The novel’s effect is derived in part from characters who, with few exceptions, are unsympathetic. They are also notable for their political and national standpoints, which obtrude at each turn. Although they are not archetypal and indeed seem to have few original ideas of their own, their attitudes and bearing are broadly evocative of colonial government in its most direct manifestations. Ellis, the most insular and overtly prejudiced of the British men, is tolerated and accepted by his compatriots. In varying or lesser degrees, the others also hold themselves above and apart from the natives; Macgregor is perhaps more resigned and philosophical than the rest in his outlook. Verrall, on the other hand, has little respect for any man who is not a skilled polo player or a ranking cavalry officer; his undisguised contempt for Asian troops once had brought him an official reprimand from his British superiors. The imperial officials seem to have little to do. While Verrall, during his appearances, occupies himself with horsemanship and romance, and Macgregor for some time follows an exercise regimen, during quiet periods the others move from club to home at a languid pace; attended by servants, they drink whiskey and bemoan the Empire’s fate.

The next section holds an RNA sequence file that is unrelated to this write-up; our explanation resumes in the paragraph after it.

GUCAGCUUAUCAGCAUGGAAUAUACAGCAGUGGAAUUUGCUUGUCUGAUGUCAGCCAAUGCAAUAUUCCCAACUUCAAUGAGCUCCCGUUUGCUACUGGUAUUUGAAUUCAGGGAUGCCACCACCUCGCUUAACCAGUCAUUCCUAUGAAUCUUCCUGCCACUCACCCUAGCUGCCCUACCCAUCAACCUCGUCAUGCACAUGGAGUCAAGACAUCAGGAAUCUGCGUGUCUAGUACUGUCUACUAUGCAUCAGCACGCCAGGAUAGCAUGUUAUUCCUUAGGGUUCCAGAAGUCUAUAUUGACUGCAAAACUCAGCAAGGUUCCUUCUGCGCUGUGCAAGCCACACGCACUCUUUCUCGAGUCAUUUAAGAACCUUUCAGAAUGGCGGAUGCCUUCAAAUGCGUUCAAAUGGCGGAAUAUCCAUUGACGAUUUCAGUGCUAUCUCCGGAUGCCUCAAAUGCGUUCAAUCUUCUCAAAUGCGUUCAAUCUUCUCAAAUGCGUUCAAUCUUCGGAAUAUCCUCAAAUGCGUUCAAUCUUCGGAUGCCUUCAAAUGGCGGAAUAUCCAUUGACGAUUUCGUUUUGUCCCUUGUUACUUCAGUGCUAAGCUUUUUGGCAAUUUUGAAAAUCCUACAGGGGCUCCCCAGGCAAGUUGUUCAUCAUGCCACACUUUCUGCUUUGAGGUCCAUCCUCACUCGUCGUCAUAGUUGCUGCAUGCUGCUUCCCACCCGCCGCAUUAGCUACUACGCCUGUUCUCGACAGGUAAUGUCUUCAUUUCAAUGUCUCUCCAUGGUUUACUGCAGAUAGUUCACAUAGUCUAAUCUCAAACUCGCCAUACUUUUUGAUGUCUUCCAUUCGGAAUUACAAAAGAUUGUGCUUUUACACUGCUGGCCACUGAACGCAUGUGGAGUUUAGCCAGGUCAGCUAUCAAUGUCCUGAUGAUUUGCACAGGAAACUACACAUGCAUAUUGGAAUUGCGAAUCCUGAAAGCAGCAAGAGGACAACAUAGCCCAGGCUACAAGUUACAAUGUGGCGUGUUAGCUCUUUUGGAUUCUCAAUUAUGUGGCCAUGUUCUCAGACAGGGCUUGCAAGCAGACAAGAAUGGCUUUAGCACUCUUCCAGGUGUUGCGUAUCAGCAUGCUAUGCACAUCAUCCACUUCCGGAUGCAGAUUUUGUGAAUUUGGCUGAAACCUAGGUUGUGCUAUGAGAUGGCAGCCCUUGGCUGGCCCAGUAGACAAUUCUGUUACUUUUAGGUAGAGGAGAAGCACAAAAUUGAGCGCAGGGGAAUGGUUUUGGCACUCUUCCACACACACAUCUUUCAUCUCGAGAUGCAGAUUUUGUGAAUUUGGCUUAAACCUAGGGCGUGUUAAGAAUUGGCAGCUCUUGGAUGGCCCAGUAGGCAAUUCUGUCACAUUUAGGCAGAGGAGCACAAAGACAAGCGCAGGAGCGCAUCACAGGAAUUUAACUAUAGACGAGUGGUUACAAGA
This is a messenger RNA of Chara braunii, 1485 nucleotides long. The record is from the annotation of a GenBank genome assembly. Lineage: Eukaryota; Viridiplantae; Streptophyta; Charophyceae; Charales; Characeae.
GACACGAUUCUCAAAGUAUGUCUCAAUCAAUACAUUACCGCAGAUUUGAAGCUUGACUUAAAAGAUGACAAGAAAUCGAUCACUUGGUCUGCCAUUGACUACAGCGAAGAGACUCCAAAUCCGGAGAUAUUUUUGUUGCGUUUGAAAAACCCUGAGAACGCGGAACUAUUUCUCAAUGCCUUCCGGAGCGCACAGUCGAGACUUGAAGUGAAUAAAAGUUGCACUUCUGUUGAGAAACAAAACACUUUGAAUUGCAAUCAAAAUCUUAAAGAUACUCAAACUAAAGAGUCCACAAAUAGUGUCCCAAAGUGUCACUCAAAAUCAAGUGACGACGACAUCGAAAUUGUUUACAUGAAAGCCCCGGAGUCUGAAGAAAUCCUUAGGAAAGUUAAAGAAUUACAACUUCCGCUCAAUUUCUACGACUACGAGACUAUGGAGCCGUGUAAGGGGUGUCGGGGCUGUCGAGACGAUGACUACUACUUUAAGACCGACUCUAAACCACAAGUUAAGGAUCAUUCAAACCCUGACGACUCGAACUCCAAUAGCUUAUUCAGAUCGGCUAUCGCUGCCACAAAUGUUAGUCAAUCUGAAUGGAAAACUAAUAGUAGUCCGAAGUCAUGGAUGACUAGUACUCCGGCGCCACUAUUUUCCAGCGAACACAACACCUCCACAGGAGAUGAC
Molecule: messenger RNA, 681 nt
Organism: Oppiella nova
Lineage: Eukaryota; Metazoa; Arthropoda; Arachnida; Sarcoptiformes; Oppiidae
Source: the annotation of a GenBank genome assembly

The direct means of political control used by the British officials contrast with the cunning, oblique methods preferred by the natives. Dr. Veraswami, whose medical credentials at one point are called into question,...
(The entire section is 535 words.)